One of my favourite songs of yours is ‘Younger Self’, what made you want to reach out to your younger self through this song? What inspired the message?

With that one at first I didn’t intend to write it to my younger self, it was a message to a friend or my sister you know. Then I thought let me flip it because I did write a letter to my older self a little while ago which I haven’t opened yet but I thought it would be nice to flip it and have something for my younger self. When I decided that it was nice to start thinking about the things that I would have wanted to know because everyone would love the chance to tell their younger self something different so I enjoyed writing that.

You put out an animated video for this song too so outside of music, what other kinds of art inspires your music?

Definitely Eastenders. Tv and films. I do like to keep a diary because I feel like writing just helps you be more intune with yourself and it's nice to also read back as well to see how you’re progressing. I like playing sports and I don’t know if it inspires my music but it is nice to have something I enjoy and I put a lot of my energy into apart from music. Obviously it's amazing when people live and breathe music but I feel like I need to exert my energy elsewhere, I just have to have that balance in order to function.

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In Conversation: Mychelle

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You've also played a part in directing some of your visuals. How do you balance having complete creative control and allowing room for organic collaboration?

I’m grateful that I do have a lot of creative control, I put a lot of ideas forward and if I have a vision for something I’m able to express that. I like working with people because I sing and write, that’s my field, so when I work with other people I enjoy being like this is their art and how do they interpret what they hear. Sometimes I take myself out of it and see the music as a product and think, how does a person interpret it and what does that inspire them to create. I enjoy watching it all come together. I sometimes weigh in because obviously I want to be comfortable at the end of the day but on my videos I just watch everyone working and I don’t want to control things too much. As long as you’re working with good people it’s easy to communicate things that I like and enjoy.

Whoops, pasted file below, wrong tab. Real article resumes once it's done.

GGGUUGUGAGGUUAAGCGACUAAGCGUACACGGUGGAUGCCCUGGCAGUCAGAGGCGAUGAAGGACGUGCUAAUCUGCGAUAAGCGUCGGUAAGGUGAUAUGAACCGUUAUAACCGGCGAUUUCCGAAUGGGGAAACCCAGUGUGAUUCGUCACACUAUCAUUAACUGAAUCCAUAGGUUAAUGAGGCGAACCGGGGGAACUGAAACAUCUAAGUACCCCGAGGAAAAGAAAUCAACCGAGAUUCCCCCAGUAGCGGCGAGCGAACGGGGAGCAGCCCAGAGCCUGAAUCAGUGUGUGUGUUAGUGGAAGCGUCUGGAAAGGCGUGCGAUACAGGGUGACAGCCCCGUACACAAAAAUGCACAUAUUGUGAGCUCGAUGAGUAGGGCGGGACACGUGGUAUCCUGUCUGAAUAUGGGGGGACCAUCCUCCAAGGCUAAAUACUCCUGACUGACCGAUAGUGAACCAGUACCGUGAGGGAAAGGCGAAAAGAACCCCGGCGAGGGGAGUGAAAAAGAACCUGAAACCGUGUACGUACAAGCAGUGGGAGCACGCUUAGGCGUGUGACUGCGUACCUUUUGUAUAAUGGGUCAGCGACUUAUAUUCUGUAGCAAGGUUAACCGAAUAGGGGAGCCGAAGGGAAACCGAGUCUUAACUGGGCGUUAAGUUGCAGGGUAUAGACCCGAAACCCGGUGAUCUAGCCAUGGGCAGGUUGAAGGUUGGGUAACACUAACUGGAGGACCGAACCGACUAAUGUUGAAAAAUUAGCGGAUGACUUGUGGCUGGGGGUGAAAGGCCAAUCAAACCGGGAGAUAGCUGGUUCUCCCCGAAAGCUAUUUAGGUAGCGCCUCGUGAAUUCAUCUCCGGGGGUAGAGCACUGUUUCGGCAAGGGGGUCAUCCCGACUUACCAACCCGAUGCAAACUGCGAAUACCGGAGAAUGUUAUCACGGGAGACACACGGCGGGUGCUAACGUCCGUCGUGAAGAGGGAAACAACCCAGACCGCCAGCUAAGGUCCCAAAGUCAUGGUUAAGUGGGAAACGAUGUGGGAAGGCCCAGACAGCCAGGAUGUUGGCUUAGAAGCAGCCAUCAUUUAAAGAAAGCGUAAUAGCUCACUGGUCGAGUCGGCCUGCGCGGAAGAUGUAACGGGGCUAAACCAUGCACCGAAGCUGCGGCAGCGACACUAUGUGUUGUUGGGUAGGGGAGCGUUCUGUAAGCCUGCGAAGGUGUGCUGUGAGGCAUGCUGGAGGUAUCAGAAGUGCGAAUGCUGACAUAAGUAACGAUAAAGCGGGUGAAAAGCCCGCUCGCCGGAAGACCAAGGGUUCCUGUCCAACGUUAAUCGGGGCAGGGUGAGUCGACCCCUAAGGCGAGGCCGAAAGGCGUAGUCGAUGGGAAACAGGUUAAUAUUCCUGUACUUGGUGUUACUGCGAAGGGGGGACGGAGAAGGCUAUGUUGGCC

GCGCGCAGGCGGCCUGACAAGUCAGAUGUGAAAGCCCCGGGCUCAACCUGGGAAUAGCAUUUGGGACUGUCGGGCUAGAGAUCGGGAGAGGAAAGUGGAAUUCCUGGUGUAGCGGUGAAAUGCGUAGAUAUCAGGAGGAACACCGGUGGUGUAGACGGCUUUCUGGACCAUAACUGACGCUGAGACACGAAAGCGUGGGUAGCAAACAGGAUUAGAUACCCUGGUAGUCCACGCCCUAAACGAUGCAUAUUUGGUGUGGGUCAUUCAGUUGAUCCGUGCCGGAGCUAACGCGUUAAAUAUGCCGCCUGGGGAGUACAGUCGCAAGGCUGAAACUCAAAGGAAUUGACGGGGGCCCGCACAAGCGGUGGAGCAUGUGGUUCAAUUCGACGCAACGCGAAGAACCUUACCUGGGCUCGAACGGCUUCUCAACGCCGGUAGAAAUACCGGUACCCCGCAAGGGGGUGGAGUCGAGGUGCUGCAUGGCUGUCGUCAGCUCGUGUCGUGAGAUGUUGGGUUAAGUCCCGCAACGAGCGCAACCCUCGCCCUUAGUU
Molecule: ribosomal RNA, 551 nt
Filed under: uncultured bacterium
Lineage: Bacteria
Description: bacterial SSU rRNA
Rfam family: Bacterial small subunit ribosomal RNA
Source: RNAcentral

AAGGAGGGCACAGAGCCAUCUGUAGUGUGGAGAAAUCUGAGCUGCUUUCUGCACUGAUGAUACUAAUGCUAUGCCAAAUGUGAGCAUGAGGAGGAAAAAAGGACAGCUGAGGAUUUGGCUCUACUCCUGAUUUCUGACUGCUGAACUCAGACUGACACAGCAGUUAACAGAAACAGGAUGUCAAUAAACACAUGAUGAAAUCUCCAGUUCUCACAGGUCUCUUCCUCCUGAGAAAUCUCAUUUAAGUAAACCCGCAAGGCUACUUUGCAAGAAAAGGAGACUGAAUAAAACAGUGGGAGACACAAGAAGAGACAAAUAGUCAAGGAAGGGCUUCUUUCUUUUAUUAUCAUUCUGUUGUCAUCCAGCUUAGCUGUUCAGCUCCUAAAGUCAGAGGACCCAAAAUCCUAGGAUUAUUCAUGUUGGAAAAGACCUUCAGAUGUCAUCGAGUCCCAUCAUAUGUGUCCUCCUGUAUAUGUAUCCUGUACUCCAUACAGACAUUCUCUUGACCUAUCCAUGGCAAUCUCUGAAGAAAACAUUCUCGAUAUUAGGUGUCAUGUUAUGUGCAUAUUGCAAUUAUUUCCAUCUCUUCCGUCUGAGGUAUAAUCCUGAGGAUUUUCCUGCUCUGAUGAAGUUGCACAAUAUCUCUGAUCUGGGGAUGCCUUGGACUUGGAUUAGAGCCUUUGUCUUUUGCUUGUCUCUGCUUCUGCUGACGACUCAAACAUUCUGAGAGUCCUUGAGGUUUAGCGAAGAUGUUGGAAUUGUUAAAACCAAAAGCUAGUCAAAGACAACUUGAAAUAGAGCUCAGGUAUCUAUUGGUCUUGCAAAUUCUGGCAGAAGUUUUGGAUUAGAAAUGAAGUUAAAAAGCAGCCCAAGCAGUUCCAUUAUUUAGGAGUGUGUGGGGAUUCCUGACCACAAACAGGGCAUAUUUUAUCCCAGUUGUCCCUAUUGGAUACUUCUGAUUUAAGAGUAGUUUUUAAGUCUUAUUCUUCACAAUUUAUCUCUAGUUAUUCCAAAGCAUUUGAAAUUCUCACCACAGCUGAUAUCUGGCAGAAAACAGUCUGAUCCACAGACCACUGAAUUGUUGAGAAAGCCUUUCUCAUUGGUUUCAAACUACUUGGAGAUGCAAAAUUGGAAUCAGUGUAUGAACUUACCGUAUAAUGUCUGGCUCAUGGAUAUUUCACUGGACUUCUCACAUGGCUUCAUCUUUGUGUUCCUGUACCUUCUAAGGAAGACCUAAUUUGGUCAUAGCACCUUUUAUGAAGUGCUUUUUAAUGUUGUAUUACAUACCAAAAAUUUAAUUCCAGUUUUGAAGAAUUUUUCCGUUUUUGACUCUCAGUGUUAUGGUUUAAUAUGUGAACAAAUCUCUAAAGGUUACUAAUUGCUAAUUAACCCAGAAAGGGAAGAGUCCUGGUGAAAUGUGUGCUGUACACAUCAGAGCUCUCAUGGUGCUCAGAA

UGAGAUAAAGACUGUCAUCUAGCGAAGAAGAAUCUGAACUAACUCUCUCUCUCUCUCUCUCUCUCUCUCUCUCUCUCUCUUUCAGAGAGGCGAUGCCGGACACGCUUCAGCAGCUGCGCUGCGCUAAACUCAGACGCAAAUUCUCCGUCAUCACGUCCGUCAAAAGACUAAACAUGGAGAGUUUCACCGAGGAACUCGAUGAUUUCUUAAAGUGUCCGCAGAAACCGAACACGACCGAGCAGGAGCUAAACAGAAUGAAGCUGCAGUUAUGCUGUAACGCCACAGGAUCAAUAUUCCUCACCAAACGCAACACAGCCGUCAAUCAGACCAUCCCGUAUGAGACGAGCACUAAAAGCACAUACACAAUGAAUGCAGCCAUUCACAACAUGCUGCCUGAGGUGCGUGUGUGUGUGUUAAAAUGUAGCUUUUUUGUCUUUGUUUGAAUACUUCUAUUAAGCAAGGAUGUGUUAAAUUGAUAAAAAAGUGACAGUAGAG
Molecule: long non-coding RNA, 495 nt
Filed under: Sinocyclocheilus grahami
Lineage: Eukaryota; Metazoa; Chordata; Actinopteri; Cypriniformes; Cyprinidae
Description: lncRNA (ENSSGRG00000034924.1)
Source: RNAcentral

You have another project on the way ‘Someone Who Knows’. Is there a narrative that ties this together with your previous EP or is it a completely different set of ideas?

The first one is more of a story whereas this one is like pieces put together and you know how I was saying each song has its own vibe, I feel that this one is a collection of different vibes and different parts of me as opposed to a story.

How do you want people to feel when experiencing this new EP? What messages are you leaving us with in the EP?

Calm enjoyment. I really hope people like it and I hope people want to see me sing it because I enjoy it so much. I hope it’s a gateway to people wanting to see the music live. I’ve got a band as well and I don’t usually have one often but they are so good! I’ve played with them a few times, they’re also my friends as well so it’s a nice energy on stage.

What are you currently listening to?

I’ve been listening to a lot of Bachata. I went to a salsa bar the other day and they had salsa and Bachata playing. It’s a Dominican genre, it’s so beautiful and I enjoy dancing to it. I was listening to old French, West African songs, you know the really old classics, not the new afro-swing, although I listen to that as well. I’ve been listening to a lot of old stuff too, Motown, old soul, a lot of Elton John and glam and psychedelic rock. I like experimenting with genres I feel like you wouldn’t expect from me, that kind of stuff inspires me.

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'Someone Who Knows' EP is out now.

Words: Blessing Borode